"Each man has a song and this is my song." (Leonard Cohen)

Sunday, July 3, 2016

Broken Arrow (Fox, 1950)




 
 
 
 
 
 

This post revises and replaces the one of August 8th, 2013.

 
An influential Western
 

 

 
 
In 1950 audiences were treated to a movie which showed white racist Indian-haters in a very bad light and Indians as noble, with a wise and statesmanlike leader. Broken Arrow was shown and became a hit.
 
A big hit

One of the many ways in which the Second World War had a big impact on popular culture in the US was that we were all told how repressive and racist the Fascist powers were, and how tolerant America was by comparison. White GIs served alongside ‘ethnic’ ones (there weren’t too many black or Jewish soldiers in Hitler’s or Hirohito’s armies) and found to their surprise that they were just like them. Hollywood began to consider making movies which reflected this. Anti-semitism was the first target, with Fox’s Elia Kazan-directed Gentlemen’s Agreement with Gregory Peck in 1947. Then Kazan did another anti-racist picture for Fox, this time about discrimination against black people, Pinky (1949).
 
It was inevitable that Westerns would ‘borrow’ the cachet, and anti-Indian feeling was after all a mainstay of the genre – Indians were brutal savages, right? As anti-Communist hysteria grew – and it was especially virulent in Hollywood – some liberals graduated to Westerns because those movies contained a presumption of patriotism and they were set ‘safely’ in the past. Contemporary racism could be treated with near impunity, they thought – though of course as it turned out it didn’t stop movie people being blacklisted and hounded out of their livelihoods in witch-hunts.

Broken Arrow was a good example: credited to Michael Blankfort, it was in fact written by the blacklisted Albert Maltz. Blankfort must have had mixed feelings when he was nominated for an Academy award...

I haven’t employed the overused word seminal to describe Broken Arrow because a seminal movie is one that sowed the seed for a whole genre or type of film. In a way, John Ford paved the way for a wise Cochise, worthy warrior adversary of John Wayne, in 1948 in Fort Apache. Furthermore, filmed before Broken Arrow but released afterwards, Devil’s Doorway had dealt with similar themes to Broken Arrow. Noirmeister Anthony Mann ’s first foray into the Western (and what a great Western director he was going to turn out to be) was probably the better film. Certainly it was more radical, stronger and more uncompromising.

And even Devil’s Doorway wasn’t the first pro-Indian Western. In the early days of the genre there had been many films which highlighted the plight of the Native American at the hands of the encroaching white man. In the 1910s Thomas Ince, in particular, produced several pro-Indian silent movies. Well-known feature films such as Ramona, The Squaw Man and Zane Grey’s Vanishing American were made and remade all through the silent era. But Devil’s Doorway and Broken Arrow were a worthy 1950s corrective to the Indians of the Stagecoach kind, who were just whooping savages to be shot down by the brave white men.

Broken Arrow was directed by Delmer Daves, his first Western. Daves’s career ran in close parallel to that of Anthony Mann. Born in the first decade of the twentieth century in California, he released his first (pro-Indian) Western in 1950, used James Stewart as his star, made his last Western in 1958 with Gary Cooper in the lead, and in between made some first-class pictures. Though never Oscared, he was a director who composed his pictures beautifully and was noted for the cinematography, and whose Westerns were uncompromising and tough. Sounds like Mann, doesn’t it?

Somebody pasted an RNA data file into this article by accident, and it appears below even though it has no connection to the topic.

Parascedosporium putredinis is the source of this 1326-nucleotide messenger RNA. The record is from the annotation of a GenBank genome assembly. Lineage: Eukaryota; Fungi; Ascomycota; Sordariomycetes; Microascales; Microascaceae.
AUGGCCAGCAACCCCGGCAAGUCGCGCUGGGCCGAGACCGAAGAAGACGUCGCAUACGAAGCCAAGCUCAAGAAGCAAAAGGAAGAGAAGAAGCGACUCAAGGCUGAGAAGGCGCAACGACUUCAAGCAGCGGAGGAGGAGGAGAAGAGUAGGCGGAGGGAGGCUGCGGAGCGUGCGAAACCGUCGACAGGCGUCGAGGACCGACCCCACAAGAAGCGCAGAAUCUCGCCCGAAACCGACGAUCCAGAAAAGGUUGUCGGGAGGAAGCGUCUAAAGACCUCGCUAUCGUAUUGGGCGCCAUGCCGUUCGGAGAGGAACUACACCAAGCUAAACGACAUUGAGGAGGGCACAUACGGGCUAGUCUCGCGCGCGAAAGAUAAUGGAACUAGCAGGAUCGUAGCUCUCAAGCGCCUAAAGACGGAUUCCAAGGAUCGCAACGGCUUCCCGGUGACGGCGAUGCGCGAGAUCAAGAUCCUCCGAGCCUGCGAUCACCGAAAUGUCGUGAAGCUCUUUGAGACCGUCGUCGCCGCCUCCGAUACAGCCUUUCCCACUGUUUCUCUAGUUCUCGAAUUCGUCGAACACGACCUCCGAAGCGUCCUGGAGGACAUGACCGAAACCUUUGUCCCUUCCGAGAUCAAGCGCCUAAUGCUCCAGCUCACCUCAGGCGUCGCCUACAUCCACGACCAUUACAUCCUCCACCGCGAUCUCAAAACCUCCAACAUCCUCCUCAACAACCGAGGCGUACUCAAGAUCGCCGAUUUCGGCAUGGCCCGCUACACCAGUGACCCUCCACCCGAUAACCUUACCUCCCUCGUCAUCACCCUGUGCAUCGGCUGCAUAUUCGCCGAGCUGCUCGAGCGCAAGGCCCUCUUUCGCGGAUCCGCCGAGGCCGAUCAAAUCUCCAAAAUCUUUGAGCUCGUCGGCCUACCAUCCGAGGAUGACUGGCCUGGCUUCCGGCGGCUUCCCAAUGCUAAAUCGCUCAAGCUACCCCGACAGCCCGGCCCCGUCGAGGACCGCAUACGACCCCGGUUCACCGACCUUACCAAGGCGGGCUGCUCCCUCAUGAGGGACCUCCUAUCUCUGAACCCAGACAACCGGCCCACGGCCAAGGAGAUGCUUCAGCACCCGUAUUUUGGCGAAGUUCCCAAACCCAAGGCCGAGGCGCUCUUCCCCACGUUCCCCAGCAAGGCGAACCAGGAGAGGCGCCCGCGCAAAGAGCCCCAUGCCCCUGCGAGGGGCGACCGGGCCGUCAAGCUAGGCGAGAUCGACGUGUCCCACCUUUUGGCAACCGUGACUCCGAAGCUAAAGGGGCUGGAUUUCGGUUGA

Delmer Daves
 
Daves used James Stewart as lead. Stewart, the naïf, bumbling Jefferson Smith going to Washington or the whittling, anecdotal Tom Destry Jr. in Shinbone, deliberately and suddenly in 1950 turned into the hard, driven, tough Western hero who appeared in Broken Arrow and Mann’s Winchester ’73. It was an amazing transformation. One of the reasons for which Darryl Zanuck, head of 20th Century Fox at the time, held back the release of Broken Arrow (which was actually shot before Universal's Winchester) was to see what reception Winchester would receive from the public. Would they accept James Stewart with a gun? But he needn't have worried: the Western movie had gained a huge new star, to rival Wayne, Peck and Fonda – if not quite Coop.

The new tough-guy Jimmy Stewart

Unlike Winchester, Broken Arrow was in fine color and the photography was exceptional. Filmed on location round Flagstaff and Sedona in Arizona, with studio sets kept to a minimum, the movie glows with beauty. From a visual point of view, Ernest Palmer, director of photography, who was Oscar-nominated for this film, gave us one of the finest Westerns of the era. William H Daniels’s cinematography for Mann in Winchester ’73 was very good – a chiaroscuro black and white that suited the psychological Western it was - but photographically speaking, Broken Arrow is even better.


Stewart’s performance as former army scout, now stage line owner Tom Jeffords is the equal of his Lin McAdam in Winchester. In Broken Arrow, Jeffords is a man committed to an ideal and prepared to do anything to achieve it. The real-life Jeffords was perhaps slightly less altruistic; he spoke to Cochise to protect the profits of his mail business, and what’s wrong with that? But the real Jeffords did indeed journey alone into Cochise's camp, become blood brother of the chief and have his mail riders protected. He was clearly a decent man. Stewart gets it right, perfect in fact.
 
Jeffords later became a stagecoach driver, a deputy sheriff in Tombstone, AZ and finally a gold prospector. He lived out the last 22 years of his life in the Tortolita Mountains north of Tucson, AZ.